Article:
The escape of Dixie Brytestar

Once upon a time there was a little girl who lived in a house with three generations of women. Her name was Dixie, and she was the youngest: not even old enough to pick berries in the garden by herself.

Dixie was a playful child that loved to be outside, to make art, and to sing with her favorite songs. The women who were raising her did not like this. They wanted Dixie to work in the kitchen washing their dishes, and sweeping the floors, and doing all the things they did not want to do. But she was too small to reach the sink and too slow with the broom, so the women would say mean things to her and make her cry and cry.

One day Dixie ran from their house into the woods, her feet bare and the hem of her dress catching in the brambles and tearing. Her foot caught a root and she fell off the forest path into a fairy ring where she curled into the soft grass, hiding her teary face in her arms. A tiny fairy, hearing her cries, stepped into the circle with her and knelt by her head.
“Why are you crying?” They asked, butterfly wings fluttering in sunlight.

“I wish I would die here in the forest!” Dixie sobs into the flowers, “They hate me and I don’t want to go back! Not ever!” The fairy did not know who she meant, but knew that they could help. A child should never cry so, they thought.

“I’m going to help you,” they said. “But you have to promise that you’ll never go back there, or the magic will be undone.”
Dixie nodded, her curls bobbing and cheeks red from tears.

“Never. I’ll never go back.”

The fairy nodded and lifted up into the air on their wings. Sparkles and swirls of magic danced all around them and gathered on their hands until the ball of light enveloped Dixie too. She could feel it changing her shape, her hands, her legs, her face all different… and suddenly a gust of wind blew through the forest, bringing leaves and sticks and the scent of fall…but blowing the young fairy right out of the ring and breaking their magic spell. Dixie shook herself off and looked around, tried to stand…

And had four legs?! AND hands?!

Oh no! She thought. Oh no oh no! This can’t be right! She put her hands to her face: A snout! Her head: Tall ears! Her hands themselves were soft and padded paws, and a fluffy tail waved about from the end of a lower half that looked just like the body of a dog. She panicked and tried to yell for the fairy but all that came out was BARK BARK BARK!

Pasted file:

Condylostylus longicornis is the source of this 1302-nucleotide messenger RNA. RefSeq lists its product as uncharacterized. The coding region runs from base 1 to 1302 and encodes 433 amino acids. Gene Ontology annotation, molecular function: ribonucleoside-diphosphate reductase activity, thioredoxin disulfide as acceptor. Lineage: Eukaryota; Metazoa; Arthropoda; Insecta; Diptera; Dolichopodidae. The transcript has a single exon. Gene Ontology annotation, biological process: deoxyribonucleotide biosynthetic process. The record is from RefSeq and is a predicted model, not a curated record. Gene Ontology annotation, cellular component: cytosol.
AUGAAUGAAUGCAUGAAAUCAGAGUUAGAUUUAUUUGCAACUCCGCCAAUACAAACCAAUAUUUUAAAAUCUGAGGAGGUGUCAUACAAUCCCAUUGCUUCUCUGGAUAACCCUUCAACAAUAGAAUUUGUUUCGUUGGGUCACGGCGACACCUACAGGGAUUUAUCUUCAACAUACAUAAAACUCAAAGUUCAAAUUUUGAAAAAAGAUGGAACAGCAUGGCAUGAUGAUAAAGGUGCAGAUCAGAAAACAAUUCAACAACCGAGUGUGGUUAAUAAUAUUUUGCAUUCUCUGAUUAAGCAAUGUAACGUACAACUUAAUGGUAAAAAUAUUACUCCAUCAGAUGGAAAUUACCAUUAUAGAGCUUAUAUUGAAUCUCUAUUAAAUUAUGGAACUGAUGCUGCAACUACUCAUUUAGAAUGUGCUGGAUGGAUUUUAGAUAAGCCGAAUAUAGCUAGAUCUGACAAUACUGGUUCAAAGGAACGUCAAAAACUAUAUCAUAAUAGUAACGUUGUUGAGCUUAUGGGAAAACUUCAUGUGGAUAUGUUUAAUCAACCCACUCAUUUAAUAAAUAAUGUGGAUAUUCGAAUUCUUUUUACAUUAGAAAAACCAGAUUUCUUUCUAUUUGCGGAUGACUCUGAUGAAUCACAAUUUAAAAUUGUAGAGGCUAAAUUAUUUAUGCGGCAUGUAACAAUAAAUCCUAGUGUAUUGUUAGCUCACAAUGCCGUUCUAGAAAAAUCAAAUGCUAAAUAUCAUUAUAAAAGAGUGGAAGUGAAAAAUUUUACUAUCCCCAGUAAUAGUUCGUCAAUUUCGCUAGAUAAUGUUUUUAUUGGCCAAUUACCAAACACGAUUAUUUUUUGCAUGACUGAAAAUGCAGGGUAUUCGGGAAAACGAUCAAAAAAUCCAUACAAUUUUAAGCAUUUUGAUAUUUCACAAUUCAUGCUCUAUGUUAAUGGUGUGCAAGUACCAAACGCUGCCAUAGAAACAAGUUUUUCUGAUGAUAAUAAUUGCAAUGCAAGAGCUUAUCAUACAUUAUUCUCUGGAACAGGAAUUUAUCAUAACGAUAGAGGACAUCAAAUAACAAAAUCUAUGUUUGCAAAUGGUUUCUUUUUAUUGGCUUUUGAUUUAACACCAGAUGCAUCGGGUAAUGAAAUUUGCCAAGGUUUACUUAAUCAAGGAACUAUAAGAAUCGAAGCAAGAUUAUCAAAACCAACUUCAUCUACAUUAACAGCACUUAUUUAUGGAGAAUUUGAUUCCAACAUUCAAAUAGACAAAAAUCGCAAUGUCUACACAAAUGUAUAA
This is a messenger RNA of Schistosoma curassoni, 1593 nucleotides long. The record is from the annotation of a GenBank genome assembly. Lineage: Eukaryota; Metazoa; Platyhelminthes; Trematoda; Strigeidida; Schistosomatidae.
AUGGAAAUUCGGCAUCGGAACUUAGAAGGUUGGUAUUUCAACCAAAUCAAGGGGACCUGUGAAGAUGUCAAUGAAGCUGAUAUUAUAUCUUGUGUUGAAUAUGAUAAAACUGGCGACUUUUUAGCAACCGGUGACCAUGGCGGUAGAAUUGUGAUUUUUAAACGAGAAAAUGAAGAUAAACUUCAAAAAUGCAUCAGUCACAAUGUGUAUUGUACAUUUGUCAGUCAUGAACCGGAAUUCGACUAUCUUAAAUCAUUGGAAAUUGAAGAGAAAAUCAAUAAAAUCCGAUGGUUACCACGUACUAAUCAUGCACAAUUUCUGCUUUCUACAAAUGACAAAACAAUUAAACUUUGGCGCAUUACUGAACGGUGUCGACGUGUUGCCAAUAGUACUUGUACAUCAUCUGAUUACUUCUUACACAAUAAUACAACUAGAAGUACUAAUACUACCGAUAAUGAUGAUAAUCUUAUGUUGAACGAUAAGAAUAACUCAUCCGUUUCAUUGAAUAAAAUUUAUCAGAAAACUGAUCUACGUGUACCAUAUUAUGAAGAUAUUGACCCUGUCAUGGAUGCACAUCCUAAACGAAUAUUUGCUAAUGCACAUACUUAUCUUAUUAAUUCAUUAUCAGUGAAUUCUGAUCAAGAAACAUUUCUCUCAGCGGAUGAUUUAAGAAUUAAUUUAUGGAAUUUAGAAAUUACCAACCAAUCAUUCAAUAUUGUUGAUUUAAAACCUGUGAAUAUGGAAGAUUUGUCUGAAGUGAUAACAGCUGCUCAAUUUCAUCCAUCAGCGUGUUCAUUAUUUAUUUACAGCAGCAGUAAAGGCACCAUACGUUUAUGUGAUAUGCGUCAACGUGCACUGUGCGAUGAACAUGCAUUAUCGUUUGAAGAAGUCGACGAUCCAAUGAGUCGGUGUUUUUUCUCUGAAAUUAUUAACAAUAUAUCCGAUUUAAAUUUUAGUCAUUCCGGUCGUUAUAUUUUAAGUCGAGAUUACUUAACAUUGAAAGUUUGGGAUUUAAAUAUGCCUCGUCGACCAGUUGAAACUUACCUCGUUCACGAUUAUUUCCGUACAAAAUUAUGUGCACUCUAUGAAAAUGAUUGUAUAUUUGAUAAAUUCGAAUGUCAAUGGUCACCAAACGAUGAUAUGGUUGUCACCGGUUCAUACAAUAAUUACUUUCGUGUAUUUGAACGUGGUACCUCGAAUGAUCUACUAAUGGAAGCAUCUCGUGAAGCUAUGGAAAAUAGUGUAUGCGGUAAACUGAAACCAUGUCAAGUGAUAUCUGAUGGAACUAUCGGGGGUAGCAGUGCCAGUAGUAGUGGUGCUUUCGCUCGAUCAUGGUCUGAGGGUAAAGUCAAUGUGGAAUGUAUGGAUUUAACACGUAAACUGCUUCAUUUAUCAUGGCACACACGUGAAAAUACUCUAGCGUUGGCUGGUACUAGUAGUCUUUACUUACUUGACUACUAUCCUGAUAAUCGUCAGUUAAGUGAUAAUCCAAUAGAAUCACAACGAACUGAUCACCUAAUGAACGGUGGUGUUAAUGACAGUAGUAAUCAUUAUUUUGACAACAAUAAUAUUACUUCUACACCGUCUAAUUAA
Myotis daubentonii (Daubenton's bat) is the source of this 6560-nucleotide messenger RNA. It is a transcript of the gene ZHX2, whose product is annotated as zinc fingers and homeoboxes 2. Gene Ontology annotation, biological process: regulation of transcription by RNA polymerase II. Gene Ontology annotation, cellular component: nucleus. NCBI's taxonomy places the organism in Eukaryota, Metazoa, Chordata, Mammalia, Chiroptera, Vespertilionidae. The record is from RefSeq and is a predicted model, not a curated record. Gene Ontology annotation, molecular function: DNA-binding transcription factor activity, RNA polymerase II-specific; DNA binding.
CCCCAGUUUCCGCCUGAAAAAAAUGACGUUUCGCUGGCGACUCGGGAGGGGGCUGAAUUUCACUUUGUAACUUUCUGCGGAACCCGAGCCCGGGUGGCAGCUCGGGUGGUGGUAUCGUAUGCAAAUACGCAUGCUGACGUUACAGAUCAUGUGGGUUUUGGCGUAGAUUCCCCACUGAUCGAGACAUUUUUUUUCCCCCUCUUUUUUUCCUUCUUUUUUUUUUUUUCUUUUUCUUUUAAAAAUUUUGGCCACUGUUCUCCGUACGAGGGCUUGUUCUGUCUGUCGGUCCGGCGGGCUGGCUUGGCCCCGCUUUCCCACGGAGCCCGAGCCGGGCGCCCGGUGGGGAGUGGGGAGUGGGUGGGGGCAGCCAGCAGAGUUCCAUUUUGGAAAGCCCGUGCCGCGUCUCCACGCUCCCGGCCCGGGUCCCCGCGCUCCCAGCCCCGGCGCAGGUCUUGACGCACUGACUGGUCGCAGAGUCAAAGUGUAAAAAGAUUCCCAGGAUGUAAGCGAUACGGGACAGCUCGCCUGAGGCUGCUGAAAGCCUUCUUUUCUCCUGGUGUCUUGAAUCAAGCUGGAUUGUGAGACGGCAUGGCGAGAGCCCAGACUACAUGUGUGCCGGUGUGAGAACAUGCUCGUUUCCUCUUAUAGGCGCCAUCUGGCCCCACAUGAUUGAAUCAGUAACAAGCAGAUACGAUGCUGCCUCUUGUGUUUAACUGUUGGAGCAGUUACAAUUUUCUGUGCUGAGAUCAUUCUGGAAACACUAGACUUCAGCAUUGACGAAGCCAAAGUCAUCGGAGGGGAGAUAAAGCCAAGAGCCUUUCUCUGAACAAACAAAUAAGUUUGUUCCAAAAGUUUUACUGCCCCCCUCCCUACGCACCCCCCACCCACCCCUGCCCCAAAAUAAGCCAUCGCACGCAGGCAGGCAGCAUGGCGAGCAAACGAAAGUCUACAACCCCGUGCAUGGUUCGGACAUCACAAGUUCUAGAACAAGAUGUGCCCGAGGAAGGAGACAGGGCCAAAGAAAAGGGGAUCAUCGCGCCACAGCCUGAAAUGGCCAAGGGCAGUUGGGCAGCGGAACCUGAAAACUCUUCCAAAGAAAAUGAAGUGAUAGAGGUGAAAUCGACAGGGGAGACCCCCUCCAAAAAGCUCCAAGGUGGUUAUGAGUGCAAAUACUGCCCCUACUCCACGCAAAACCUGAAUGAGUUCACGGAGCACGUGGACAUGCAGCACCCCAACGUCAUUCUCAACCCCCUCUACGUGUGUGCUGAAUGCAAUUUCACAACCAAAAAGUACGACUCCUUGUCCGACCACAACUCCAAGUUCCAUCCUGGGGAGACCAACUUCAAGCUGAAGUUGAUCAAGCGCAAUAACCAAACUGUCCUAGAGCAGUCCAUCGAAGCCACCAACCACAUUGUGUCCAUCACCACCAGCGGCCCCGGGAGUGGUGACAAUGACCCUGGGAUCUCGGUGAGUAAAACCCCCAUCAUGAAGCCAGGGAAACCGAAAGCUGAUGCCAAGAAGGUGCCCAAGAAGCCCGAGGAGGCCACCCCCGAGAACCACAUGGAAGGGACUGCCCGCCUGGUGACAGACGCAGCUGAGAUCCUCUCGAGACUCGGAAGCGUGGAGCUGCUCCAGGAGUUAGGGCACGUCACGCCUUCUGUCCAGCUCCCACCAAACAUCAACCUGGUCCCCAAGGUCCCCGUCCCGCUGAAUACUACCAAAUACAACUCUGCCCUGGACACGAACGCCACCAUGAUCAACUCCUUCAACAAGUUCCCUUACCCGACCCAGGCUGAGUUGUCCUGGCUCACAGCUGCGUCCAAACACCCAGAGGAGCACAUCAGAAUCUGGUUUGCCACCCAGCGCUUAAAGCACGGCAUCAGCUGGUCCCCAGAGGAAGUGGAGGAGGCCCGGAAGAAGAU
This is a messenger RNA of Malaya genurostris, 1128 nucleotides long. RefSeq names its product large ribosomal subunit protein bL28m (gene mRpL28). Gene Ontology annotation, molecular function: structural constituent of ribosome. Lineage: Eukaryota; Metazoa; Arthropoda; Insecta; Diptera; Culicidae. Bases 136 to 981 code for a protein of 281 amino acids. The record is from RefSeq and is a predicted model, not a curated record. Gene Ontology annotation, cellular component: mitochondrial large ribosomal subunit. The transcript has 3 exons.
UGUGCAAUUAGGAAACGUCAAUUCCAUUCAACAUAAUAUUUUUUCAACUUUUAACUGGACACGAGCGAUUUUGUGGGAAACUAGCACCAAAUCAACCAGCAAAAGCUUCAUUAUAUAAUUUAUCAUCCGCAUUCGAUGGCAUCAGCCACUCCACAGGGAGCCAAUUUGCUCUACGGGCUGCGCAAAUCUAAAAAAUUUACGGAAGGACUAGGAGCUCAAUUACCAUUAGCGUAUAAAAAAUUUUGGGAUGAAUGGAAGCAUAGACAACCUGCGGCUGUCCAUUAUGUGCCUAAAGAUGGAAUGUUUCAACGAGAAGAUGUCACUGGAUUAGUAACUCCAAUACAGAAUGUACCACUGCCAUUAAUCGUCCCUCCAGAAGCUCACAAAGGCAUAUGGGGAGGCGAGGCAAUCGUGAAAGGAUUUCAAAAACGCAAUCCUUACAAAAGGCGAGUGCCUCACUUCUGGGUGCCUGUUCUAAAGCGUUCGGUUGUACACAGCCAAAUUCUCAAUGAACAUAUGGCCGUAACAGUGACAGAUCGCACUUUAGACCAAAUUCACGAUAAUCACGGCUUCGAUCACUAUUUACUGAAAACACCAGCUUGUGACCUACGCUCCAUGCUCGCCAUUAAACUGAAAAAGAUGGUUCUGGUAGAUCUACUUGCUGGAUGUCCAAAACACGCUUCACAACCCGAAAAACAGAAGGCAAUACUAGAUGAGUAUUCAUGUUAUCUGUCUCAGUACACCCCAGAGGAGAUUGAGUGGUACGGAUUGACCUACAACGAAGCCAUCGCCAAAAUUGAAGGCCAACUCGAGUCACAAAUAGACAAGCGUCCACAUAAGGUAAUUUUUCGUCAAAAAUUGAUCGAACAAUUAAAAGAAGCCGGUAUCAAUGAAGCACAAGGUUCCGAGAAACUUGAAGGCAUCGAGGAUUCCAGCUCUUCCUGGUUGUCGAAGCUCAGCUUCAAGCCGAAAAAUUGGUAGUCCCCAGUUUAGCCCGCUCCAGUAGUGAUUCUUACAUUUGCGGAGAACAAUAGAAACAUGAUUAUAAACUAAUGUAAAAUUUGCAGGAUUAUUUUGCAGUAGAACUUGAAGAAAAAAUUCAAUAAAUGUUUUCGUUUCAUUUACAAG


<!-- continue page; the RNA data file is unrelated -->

The fairy struggled to pull themselves from the branches of a bush, and gasped when they saw their spell had been interrupted. They had meant to turn the girl into a dog, to run free through the forest and the meadows…but now she was like a centaur, with a dog’s body, and canine features on her upper half.

And she was still crying.
“What did you do to me?!”

The fairy hemmed and hawed.
“Well…it wasn’t supposed to work that way, you see, but the wind…”

“Change me back!”

They shook their head.

“If I do, you have to go back home.” They held out one hand to Dixie, and a sparkle of light was dancing above their palm. “But if you stay this way, you will stay this way forever. Deal?”

Dixie sniffled into her paws and thought about it, but it didn’t take her very long to decide. She wiped her face on the tatters of her dress and nodded, holding her hand out for the fairy, who pressed the light into her palm and held her hands in theirs.

“So long as you never return to the people that hurt you, this form will be yours. Use it well, my friend.”

They smiled, and were gone in a blink of light.

Dixie was not graceful on her new paws, and stumbled many times learning how to use her new set of legs and their strange balance. She wandered long and far, stopping to pick berries from bushes and fallen apples from trees, drinking from cool streams and crossing bridges made of roots that had twined themselves together from old, old trees.

One morning she came upon a large stone arch, carved with words she couldn’t yet read – but she saw a garden beyond and ran with excitement into the beautifully tended farm with perfect paths and tall stalks of wheat, corn, and beans. She smelled mint and strawberries, sweet sunflowers and spicy peppers. So enthralled by the garden was she that she didn’t see the centaur with a garden cart coming down the path until he stopped with a yelp of surprise and nearly tipped over! Quickly he left the cart and knelt on his forelegs to talk to her.

“Are you lost?” Dixie shook her head…but paused, and then nodded. The centaur smiled and held out a hand, gently worn from years of work. Dixie reached out with her little paw and held on.

“Let me take you home.”

And Dixie lived happily ever after with the centaurs and demihumans in the gardens of Cloudbirth, Centauria.

This is how Dixie herself tells the tale, and as nobody else knows where she really came from, there’s not much that one can do to verify her story. What we do know about the little canitaur is that she does not seem to age or grow, and with brilliant eyes that are different colors from one another she certainly gives the appearance of a fae-touched creature. If you ask the residents of Centauria how or when she appeared they usually scratch their heads, paw their hooves a bit, and shrug with a smile. She’s often spotted in the gardens of Cloudbirth that she calls home, gathering crops into a wooden cart pulled behind her.

There may be a few whispers here and there that with her affinity for sweets and her mismatched eyes that she’s related to a certain hopping creature… or maybe even cursed by the same fae that afflicted the poor hare…but only time will tell that for sure.

Dixie often goes by Bryte, from the last name of Brytestar, that she picked herself to describe the type of centaur she wants to be: A bright star in the day of everyone she meets. This little pup will greet you with a smile and open paws, ready to be friends.

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